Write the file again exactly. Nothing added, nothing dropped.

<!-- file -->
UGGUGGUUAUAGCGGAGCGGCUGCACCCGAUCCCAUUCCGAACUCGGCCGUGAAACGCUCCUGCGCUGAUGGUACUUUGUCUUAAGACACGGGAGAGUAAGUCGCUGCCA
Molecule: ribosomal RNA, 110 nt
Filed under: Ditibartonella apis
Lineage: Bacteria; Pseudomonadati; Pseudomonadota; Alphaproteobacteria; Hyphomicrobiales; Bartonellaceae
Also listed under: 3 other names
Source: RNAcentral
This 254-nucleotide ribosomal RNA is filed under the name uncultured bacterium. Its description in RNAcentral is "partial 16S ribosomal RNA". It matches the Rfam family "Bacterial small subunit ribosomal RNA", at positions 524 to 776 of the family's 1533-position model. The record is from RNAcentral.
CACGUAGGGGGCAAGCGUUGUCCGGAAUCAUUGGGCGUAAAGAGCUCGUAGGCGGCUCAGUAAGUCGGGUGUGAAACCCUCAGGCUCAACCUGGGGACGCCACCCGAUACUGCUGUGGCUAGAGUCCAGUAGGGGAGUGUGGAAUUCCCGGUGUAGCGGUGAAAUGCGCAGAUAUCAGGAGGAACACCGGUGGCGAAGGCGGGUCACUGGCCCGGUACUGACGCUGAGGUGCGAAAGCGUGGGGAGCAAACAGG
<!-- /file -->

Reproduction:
UGGUGGUUAUAGCGGAGCGGCUGCACCCGAUCCCAUUCCGAACUCGGCCGUGAAACGCUCCUGCGCUGAUGGUACUUUGUCUUAAGACACGGGAGAGUAAGUCGCUGCCA
Molecule: ribosomal RNA, 110 nt
Filed under: Ditibartonella apis
Lineage: Bacteria; Pseudomonadati; Pseudomonadota; Alphaproteobacteria; Hyphomicrobiales; Bartonellaceae
Also listed under: 3 other names
Source: RNAcentral
This 254-nucleotide ribosomal RNA is filed under the name uncultured bacterium. Its description in RNAcentral is "partial 16S ribosomal RNA". It matches the Rfam family "Bacterial small subunit ribosomal RNA", at positions 524 to 776 of the family's 1533-position model. The record is from RNAcentral.
CACGUAGGGGGCAAGCGUUGUCCGGAAUCAUUGGGCGUAAAGAGCUCGUAGGCGGCUCAGUAAGUCGGGUGUGAAACCCUCAGGCUCAACCUGGGGACGCCACCCGAUACUGCUGUGGCUAGAGUCCAGUAGGGGAGUGUGGAAUUCCCGGUGUAGCGGUGAAAUGCGCAGAUAUCAGGAGGAACACCGGUGGCGAAGGCGGGUCACUGGCCCGGUACUGACGCUGAGGUGCGAAAGCGUGGGGAGCAAACAGG